What do you call the moment when a Caymanian guy meets a woman from California? It’s called destiny.
What do you call a destination wedding with both modern and traditional ceremonies? We call it a beautiful thing.
Darren and Nellie are both doctors who are currently doing their medical internship in New York. Both with hectic schedules, they knew that the perfect wedding would have to be in place where they can kick back, relax, spend some quality time with their family and friends and say their I Do’s in complete and utter bliss! Ritz Carlton, Grand Cayman was exactly what they wanted for their destination wedding.
We just love the bridesmaid’s dresses in rich shade of Sangria!
The guys enjoying a few libations before the ceremony at the beach.
Nellie is of Persian descent and asked us to incorporate a Persian Ceremony after the traditional wedding ceremony on the beach. There are two stages to a Persian marriage. Most often both take place on the same day, but occasionally there could be some time between the two. The first is called “Aghd”, the legal process of getting married, when both the bride and bridegroom and their guardians sign a marriage contract.
The pristine white canopy, one of Nellie’s most important elements for the wedding was set right at the world famous Seven Mile Beach.
The second stage is “Jashn-e Aroosi”, the wedding reception – the actual feasts and the celebrations, which traditionally lasts from 3 to 7 days. The Ritz Carlton ballroom was chosen as the locale for this lavish reception.
The Persian ceremony takes place in a specially decorated room with flowers and a beautiful and elaborately decorated spread on the floor called “Sofreh-ye Aghd”. Traditionally Sofreh-ye Aghd is set on the floor facing east, the direction of sunrise (light). Consequently when bride and groom are seated at the head of Sofreh-ye Aghd they will be facing “The Light”.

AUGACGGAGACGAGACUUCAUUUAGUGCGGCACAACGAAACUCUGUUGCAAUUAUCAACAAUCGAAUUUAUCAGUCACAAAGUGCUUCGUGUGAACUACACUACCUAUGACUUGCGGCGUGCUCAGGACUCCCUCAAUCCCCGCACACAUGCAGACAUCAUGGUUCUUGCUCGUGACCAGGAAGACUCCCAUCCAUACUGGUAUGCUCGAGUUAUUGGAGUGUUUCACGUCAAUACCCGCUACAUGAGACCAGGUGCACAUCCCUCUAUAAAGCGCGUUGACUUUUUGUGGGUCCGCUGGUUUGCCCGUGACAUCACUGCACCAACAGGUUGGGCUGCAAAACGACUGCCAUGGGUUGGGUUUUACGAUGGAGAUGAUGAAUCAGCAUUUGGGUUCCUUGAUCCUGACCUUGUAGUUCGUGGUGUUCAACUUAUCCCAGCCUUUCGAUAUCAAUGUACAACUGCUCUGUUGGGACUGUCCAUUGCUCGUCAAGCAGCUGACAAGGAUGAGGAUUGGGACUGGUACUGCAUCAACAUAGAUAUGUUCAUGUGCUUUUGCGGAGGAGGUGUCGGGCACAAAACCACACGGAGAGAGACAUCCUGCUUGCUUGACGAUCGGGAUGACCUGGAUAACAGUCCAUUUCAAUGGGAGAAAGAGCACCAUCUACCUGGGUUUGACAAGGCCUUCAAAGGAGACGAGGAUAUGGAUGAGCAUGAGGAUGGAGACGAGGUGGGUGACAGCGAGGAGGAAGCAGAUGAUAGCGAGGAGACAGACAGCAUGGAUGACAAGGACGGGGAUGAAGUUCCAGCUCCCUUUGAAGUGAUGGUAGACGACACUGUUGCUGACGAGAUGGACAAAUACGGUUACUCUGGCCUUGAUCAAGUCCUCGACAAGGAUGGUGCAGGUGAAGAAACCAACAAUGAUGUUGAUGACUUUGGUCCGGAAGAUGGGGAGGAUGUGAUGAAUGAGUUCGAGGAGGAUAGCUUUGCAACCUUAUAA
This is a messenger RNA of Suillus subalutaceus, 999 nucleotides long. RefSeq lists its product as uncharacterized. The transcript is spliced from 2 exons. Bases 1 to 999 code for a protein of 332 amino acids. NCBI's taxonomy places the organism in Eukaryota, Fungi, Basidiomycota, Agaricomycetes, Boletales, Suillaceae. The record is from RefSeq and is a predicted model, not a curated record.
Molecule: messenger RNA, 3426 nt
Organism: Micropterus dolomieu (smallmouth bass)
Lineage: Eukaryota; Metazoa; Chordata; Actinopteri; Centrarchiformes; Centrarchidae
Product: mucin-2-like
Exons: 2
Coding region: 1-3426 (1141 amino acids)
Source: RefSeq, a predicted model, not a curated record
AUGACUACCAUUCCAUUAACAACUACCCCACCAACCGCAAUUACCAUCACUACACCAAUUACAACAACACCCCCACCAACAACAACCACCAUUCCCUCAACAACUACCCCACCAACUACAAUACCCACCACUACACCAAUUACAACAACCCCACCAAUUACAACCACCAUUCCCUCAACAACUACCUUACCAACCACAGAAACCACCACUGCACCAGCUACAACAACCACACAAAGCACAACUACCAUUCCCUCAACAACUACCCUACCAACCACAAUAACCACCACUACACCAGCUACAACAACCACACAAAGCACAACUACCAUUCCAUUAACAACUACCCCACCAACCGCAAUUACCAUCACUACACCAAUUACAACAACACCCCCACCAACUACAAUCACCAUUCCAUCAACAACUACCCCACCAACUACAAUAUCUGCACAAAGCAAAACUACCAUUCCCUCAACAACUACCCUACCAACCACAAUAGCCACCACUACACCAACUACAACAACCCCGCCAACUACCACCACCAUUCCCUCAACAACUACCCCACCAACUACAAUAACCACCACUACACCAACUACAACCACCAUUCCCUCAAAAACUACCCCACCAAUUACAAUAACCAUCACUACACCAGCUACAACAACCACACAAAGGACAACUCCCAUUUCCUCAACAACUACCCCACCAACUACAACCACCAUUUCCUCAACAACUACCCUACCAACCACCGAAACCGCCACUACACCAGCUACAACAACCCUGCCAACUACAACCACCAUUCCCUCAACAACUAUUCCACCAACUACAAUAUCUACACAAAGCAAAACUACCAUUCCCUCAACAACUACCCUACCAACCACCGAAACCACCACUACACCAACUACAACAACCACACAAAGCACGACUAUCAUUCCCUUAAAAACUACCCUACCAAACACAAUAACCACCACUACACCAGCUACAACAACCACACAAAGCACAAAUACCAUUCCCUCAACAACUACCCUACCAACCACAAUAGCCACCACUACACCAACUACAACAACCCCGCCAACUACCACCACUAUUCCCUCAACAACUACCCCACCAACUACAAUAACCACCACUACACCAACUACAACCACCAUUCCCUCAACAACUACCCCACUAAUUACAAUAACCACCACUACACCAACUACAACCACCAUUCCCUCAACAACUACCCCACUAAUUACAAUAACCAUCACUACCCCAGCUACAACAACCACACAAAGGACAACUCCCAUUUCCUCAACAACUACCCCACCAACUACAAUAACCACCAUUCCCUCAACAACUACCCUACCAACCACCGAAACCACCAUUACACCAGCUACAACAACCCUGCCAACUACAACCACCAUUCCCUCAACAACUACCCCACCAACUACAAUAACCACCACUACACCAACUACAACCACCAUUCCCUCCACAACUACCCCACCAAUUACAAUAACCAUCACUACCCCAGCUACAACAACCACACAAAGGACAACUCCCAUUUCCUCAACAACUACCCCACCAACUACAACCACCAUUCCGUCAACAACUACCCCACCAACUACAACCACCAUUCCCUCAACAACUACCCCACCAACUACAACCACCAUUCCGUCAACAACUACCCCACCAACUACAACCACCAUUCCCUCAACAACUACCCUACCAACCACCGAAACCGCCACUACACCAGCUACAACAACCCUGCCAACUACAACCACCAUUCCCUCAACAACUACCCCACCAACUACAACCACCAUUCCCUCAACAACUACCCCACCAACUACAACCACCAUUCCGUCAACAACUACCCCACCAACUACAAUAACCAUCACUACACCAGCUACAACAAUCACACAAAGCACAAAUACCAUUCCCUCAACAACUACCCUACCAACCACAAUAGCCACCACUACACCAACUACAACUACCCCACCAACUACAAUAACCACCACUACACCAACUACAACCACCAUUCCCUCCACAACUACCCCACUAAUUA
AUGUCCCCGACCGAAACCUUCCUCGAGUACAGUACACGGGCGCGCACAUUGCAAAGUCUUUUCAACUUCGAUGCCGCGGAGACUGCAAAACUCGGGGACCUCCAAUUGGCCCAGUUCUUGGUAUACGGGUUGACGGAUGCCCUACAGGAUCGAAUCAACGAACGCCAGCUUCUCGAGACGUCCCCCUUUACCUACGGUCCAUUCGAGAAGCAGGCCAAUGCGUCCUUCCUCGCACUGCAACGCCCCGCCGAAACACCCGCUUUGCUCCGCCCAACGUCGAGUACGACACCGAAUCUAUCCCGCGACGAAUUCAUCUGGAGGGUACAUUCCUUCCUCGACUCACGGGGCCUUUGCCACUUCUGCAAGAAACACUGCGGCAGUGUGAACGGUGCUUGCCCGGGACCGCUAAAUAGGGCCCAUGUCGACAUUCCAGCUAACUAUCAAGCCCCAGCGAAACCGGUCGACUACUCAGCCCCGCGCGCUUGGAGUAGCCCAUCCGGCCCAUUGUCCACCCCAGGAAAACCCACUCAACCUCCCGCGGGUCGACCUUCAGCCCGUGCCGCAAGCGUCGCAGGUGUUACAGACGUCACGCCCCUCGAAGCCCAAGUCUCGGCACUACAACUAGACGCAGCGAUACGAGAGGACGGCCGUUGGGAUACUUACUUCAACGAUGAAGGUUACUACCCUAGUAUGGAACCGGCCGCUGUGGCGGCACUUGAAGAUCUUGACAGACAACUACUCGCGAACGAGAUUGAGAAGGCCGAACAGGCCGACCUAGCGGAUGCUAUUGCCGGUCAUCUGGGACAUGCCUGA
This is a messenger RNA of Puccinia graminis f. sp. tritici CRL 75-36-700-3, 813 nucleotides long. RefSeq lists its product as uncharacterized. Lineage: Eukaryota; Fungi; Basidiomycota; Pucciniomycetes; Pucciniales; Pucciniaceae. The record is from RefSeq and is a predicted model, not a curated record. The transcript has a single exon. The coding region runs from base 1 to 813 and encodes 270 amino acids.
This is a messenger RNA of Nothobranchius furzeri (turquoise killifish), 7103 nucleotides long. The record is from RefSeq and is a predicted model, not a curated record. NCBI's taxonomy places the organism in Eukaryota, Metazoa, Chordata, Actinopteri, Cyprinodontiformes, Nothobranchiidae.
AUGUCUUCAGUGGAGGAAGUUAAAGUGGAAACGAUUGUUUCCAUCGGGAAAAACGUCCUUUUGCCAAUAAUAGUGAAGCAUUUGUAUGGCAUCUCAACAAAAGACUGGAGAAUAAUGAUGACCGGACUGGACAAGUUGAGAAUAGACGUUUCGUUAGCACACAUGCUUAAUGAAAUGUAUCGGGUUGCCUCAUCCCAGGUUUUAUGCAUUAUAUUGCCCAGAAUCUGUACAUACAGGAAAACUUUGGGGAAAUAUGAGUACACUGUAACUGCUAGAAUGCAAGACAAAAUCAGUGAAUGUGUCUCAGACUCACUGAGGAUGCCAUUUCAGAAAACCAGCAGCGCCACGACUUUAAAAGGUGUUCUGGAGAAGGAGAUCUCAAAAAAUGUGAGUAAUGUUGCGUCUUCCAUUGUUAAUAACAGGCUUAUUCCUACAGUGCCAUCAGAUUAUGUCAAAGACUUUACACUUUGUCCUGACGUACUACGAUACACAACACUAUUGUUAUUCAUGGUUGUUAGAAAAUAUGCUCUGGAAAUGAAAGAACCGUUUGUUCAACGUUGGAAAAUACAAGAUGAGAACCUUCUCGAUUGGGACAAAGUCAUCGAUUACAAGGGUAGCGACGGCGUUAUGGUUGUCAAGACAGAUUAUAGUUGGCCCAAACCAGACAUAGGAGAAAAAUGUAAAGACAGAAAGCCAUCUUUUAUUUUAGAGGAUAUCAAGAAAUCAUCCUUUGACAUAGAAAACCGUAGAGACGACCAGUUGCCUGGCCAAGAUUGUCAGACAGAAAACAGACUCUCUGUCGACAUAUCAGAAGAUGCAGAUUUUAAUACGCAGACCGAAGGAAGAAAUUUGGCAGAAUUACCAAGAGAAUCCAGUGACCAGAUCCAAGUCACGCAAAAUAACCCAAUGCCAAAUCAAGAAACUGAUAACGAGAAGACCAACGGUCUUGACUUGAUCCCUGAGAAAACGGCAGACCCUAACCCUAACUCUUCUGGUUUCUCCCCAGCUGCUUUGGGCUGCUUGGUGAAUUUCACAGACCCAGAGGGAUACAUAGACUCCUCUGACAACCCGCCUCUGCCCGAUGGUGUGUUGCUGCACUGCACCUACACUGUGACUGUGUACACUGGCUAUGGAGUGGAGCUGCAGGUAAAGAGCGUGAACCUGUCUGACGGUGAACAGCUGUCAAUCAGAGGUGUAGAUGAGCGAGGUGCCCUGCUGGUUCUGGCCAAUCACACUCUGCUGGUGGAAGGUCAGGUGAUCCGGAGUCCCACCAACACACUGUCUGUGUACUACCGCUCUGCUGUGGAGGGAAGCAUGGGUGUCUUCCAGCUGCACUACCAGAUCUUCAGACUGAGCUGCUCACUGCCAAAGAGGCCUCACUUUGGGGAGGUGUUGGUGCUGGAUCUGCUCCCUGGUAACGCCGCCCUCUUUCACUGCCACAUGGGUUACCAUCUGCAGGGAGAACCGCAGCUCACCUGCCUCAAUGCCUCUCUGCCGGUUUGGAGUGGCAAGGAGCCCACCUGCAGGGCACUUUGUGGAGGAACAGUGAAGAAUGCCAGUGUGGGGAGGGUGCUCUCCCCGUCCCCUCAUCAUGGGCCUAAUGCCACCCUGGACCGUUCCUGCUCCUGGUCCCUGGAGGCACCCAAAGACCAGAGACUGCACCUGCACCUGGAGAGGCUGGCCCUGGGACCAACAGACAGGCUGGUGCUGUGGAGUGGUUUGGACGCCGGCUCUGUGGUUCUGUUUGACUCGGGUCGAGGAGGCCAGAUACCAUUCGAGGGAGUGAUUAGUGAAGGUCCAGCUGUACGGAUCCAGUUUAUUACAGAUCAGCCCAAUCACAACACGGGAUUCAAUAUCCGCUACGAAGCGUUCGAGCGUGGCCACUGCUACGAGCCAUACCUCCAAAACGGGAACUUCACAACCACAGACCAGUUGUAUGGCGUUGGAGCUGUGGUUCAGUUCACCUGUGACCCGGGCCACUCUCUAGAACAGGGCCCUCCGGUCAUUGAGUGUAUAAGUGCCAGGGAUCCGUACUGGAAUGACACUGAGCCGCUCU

On Sofreh-ye Aghd, the following items are placed:
- Mirror (of fate) “Aayeneh-ye Bakht” and two Candelabras (representing the bride and groom and brightness in their future) one on either side of the mirror. The mirror and two candelabras are symbols of light and fire, two very important elements in the Zoroastrian culture. When the bride enters the room she has her veil covering her face. Once the bride sits beside the groom she removes her veil and the first thing that the bridegroom sees in the mirror should be the reflection of his wife-to-be.
- A tray of seven multi-colored herbs and spices “Sini-ye Aatel-O-Baatel” to guard the couple and their lives together against the evil eye, witchcraft and to drive away evil spirits.
A few other things essentials included in the Sofreh-yeh Aghd are : a specially baked and decorated flatbread, baskets of decorated eggs, almonds, walmuts, hazelnuts in the shell to symbolize fertility, a basket of apples and pomegranates for joyous future, a cup of rose water from special Persian roses, a brazier holding burning coals, bowl of gold coins, two sugar cones, a scarf or shawl made of silk or any fine fabric, a cup of honey, a needle and seven strands of threads and a copy of the couple’s Holy Book. All of these items symbolize something significant.
After the traditional Persian ceremony, the guests were treated to a scrumptious meal prepared by the world class chefs of Ritz Carlton, Grand Cayman.
Dancing ensued right after dinner. The groom doesn’t like to dance but he promised Nellie he will dance all night and that he did! What a group of fun loving people!
What do you call a wedding between such a lovely couple, we call it a dream fulfilled.
Congratulations Darren and Nellie!